Anti-poaching efforts to be enhanced in Tanzania parks

ARUSHA, Tanzania – Tanzania National Parks (TANAPA) the custodian of 16 national parks in Tanzania, has sent a strong message to all workers of the national parks, conservation agencies and other public institutions related to wildlife that if they are found to collude with the syndicate of people behind poaching activities they would face tough consequences.

TANAPA’s Director General, Mr. Allan Kijazi said in Arusha last week that the war against poaching should be “a collective responsibility” and has to involve the conservation agency and other security organs as well as the community at large. 

Kijazi warned that the state machinery was “already at work”, tracing the brains behind the massacre of wildlife, illegal ivory trade and other vices aiming to deplete the country’s wildlife heritage.

“It is estimated that the country is losing 30 elephants per day or 10,000 in a year. At the current rate of poaching, it is feared there will be no elephants in Tanzania in ten years’ time,” Kijazi said. 

He stressed that wildlife was key to the country’s tourism industry, but that the increasing incidence of poaching, mainly targeting the elephants, could threaten the multi-million dollar industry, now the leading foreign exchange earner for the economy.

Besides the elephants, hunted for their ivory, other animals targeted by the poachers are rhinos, for their highly prized horns, leopards, cheetahs, lions, hippopotamus and a host of others.

Kijazi, who was speaking to TANAPA employees and their families during a ‘Family Day’ organized annually, said the parks body would continue to strengthen its anti-poaching unit and that 100 game rangers have just passed out and that many more would follow later this year.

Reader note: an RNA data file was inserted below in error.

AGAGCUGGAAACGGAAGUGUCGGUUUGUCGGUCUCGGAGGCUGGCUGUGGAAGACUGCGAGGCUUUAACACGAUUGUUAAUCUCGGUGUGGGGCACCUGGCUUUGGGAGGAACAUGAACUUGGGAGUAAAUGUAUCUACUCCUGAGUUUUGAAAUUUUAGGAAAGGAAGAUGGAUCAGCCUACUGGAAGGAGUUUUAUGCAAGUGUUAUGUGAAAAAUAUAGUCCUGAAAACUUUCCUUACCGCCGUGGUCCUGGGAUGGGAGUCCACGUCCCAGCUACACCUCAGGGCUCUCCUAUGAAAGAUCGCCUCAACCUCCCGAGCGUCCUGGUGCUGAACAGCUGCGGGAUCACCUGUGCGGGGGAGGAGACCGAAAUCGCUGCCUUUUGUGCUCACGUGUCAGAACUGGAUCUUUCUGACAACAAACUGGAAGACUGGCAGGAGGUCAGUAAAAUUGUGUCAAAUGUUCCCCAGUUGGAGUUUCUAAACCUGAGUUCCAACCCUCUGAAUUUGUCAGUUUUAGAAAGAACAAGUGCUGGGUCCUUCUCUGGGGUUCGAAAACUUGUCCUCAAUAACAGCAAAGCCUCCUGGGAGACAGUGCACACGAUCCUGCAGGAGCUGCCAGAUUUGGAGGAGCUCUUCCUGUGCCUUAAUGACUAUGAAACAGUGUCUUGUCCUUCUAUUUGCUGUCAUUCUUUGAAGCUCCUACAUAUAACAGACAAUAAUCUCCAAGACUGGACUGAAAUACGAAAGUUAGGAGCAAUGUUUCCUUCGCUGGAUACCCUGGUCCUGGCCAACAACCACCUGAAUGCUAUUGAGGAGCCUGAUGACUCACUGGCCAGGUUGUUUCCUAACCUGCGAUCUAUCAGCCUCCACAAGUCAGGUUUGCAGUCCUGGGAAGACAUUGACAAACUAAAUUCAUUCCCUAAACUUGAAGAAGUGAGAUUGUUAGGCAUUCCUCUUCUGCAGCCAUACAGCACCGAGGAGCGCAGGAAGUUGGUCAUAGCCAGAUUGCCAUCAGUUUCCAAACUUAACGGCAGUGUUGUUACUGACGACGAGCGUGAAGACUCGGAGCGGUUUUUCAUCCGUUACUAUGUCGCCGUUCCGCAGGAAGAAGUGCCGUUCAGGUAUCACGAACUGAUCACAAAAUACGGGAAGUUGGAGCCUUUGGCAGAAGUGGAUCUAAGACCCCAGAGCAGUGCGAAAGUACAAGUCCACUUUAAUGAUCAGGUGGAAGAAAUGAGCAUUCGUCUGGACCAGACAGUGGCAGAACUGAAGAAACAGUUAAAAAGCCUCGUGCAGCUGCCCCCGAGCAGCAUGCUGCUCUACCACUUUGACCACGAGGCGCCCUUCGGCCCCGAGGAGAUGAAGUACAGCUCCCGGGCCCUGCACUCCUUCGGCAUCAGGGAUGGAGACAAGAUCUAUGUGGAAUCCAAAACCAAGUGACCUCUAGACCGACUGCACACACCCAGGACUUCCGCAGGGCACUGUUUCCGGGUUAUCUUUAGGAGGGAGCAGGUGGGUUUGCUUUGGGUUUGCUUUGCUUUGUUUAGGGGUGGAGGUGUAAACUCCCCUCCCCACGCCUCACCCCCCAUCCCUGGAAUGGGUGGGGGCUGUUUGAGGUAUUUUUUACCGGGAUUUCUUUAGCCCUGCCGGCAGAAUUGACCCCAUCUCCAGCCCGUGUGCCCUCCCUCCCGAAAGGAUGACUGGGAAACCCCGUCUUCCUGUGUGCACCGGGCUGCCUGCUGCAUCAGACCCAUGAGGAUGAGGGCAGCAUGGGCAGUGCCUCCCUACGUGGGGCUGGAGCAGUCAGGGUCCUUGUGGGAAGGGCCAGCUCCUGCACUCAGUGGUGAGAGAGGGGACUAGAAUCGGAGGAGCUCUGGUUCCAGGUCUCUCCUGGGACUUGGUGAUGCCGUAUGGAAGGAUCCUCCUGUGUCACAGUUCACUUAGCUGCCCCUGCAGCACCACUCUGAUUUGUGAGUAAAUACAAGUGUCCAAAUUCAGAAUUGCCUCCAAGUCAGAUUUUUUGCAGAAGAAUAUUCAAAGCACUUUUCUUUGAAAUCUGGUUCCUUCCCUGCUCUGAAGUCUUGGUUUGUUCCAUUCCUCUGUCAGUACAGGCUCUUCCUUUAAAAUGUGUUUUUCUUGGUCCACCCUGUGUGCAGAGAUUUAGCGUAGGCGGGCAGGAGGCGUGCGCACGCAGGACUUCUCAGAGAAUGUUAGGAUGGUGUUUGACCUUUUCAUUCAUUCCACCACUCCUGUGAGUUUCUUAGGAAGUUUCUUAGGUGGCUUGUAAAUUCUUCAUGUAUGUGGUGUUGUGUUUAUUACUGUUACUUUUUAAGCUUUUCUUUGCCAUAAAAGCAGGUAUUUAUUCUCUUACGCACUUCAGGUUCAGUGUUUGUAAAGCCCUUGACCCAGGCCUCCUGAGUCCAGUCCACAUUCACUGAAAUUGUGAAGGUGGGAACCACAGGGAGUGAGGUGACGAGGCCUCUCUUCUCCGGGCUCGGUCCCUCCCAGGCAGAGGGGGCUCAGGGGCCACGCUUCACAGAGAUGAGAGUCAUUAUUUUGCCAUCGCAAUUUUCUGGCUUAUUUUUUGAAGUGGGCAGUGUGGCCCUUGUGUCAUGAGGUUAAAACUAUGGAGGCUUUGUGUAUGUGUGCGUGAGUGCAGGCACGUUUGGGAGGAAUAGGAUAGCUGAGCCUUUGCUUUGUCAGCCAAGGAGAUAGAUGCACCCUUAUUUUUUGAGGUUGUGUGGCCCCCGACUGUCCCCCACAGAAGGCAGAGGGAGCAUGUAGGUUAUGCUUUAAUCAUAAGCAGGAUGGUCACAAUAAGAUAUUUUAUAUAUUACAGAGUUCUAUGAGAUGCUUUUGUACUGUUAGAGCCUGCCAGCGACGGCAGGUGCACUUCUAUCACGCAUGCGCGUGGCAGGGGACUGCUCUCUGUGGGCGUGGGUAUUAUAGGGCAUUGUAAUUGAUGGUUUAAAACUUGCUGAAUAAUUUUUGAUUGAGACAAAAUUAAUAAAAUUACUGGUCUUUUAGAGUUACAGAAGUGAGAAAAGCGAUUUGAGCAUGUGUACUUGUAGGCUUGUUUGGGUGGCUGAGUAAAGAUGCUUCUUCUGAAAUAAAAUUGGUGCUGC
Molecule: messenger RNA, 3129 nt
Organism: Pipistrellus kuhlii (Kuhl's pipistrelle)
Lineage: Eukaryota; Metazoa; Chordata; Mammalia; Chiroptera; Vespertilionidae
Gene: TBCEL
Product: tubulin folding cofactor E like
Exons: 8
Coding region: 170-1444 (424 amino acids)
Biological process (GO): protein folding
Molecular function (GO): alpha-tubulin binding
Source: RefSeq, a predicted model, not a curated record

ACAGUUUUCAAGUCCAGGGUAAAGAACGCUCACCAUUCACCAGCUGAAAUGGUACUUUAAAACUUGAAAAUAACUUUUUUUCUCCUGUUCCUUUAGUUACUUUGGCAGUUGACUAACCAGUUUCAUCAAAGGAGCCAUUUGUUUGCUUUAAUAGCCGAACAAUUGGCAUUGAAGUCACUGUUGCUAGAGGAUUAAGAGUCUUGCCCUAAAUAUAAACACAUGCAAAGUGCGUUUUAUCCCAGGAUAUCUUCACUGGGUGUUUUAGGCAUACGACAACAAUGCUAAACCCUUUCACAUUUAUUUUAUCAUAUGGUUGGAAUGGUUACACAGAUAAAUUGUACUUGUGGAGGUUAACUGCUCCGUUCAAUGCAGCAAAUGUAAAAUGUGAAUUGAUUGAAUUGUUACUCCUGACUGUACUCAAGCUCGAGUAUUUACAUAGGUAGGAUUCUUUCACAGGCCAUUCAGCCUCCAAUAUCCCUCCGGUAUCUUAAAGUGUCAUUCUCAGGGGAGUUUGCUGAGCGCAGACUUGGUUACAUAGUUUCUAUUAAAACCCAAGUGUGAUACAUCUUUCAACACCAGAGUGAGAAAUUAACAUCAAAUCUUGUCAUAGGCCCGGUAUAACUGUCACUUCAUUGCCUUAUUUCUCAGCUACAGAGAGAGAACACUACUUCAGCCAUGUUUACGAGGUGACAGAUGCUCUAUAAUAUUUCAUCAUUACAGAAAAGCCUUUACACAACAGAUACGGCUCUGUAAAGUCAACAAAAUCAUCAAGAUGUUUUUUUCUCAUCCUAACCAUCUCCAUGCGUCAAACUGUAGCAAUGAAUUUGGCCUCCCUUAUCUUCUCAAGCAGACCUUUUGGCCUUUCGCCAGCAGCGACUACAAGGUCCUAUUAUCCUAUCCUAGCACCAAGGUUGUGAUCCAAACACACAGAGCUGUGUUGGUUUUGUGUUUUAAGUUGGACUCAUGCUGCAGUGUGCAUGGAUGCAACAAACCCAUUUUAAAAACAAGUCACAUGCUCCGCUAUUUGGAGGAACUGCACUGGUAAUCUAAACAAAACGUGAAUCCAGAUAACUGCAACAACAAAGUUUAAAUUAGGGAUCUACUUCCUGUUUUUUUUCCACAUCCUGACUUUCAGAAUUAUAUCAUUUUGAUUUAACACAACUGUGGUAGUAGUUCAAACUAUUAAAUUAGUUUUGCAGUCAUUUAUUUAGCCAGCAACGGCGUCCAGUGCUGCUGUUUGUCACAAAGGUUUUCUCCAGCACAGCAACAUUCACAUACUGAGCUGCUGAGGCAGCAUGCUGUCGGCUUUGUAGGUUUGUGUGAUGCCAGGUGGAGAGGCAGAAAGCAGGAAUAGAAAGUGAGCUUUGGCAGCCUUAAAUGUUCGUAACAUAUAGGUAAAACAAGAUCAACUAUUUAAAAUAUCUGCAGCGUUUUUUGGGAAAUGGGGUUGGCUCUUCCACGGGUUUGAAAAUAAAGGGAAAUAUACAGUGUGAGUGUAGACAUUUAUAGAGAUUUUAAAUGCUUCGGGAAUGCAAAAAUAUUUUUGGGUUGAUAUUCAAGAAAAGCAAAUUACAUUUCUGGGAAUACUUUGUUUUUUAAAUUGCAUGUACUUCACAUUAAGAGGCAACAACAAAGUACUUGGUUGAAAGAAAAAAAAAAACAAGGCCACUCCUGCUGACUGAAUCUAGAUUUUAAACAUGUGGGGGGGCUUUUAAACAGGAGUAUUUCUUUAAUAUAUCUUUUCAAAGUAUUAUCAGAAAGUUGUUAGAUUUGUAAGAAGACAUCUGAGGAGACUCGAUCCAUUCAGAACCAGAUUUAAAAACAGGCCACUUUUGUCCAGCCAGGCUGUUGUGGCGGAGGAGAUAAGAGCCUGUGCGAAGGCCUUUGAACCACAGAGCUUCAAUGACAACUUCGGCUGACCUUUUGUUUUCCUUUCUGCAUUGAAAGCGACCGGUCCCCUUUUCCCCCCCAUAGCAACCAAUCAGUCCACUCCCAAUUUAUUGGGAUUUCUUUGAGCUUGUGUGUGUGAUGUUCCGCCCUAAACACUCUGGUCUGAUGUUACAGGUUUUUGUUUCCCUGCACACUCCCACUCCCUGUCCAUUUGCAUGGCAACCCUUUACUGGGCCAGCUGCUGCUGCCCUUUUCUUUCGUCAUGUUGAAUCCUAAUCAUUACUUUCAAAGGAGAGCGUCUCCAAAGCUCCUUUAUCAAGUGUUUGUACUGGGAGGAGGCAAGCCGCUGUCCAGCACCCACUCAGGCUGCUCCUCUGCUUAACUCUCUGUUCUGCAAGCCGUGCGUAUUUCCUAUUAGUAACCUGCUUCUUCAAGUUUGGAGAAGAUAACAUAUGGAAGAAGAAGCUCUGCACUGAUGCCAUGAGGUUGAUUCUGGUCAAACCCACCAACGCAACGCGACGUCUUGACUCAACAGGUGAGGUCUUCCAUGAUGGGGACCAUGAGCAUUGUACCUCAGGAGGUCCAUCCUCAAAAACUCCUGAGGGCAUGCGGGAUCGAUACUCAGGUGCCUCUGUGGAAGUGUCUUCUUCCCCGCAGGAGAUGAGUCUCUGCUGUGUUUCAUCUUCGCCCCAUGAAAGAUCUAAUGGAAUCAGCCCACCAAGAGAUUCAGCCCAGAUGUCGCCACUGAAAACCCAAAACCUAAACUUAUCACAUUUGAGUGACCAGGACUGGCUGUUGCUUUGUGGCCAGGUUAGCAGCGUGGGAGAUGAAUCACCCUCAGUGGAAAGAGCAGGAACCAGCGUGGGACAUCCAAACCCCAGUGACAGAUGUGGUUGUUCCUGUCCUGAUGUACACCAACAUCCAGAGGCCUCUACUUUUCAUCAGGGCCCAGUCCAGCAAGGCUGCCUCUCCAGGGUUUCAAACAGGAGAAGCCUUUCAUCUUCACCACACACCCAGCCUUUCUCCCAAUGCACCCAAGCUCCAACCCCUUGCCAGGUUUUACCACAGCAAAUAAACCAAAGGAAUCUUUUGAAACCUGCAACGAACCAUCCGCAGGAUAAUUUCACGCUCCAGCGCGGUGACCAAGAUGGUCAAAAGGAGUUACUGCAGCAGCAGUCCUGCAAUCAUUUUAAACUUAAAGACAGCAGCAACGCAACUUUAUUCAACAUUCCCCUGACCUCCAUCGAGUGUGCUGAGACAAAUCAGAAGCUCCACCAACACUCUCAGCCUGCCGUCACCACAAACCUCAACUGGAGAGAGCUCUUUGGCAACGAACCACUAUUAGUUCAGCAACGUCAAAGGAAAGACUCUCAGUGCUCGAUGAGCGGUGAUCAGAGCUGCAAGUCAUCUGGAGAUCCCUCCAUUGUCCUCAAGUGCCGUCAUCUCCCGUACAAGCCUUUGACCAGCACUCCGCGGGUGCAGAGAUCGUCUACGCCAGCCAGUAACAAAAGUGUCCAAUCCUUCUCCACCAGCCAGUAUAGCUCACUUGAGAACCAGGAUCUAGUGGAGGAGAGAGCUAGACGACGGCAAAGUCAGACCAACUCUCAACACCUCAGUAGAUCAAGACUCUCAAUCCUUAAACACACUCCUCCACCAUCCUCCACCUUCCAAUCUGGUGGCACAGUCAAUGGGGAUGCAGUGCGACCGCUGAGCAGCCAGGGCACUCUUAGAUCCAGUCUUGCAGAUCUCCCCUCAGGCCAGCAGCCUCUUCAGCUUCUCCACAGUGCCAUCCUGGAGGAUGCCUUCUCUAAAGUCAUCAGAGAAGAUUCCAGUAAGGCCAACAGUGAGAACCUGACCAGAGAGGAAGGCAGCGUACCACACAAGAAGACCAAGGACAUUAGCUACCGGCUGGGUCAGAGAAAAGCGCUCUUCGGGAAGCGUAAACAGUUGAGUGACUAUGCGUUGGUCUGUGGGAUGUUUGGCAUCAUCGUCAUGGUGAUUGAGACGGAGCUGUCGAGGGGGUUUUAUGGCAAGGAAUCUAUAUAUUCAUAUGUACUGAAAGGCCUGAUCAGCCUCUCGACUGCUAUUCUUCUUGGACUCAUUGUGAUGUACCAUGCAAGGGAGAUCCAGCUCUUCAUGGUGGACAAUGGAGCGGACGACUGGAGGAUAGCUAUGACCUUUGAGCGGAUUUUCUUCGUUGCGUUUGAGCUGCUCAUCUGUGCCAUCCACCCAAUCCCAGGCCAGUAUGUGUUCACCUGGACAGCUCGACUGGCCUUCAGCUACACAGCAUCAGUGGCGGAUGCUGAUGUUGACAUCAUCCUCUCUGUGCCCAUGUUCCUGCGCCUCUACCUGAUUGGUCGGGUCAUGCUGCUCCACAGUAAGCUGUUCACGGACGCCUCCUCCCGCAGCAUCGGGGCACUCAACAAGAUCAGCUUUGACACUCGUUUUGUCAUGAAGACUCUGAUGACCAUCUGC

“In addition to boosting rangers’ stable, we are also going to be ordering new artillery and equipment to ensure that the force is well-armed to protect our national heritage”, he pointed out.

Stakeholders in the tourism sector have warned that poaching activities threatened the Tanzania’s elephant population. 

The Tourism Confederation of Tanzania (TCT), an umbrella organization representing the tourism private business sector involved in travel and tourism, has appealed to the government to reconsider its decision to suspend indefinitely the anti-poaching campaign, Operation Terminate (Operation Tokomeza) on grounds of human rights abuse and violation.

A statement issued by TCT in Arusha a few weeks ago beseeched the government to continue with the operation. “It is the position of TCT that the suspension of the operation will only aggravate the situation by giving poachers and their sponsors more time to reorganize and plan for some new strategies that may have devastating effects on the remaining elephant herds in the wilderness,” read part of the statement.

The TCT’s current members include the Tanzania Association of Travel Agents, Tanzania Air Operators Association, Hotels Association of Tanzania, Intra-African Travel and Tourism Association and the Tanzania Hunting Operators Association. 

Others are a Tanzania Professional Hunters Association, Tanzania Tour Guides Association, Zanzibar Association of Tourism Investors, Tanzania Association of Tour Operators and Tourism and Hospitality Professionals Association of Tanzania.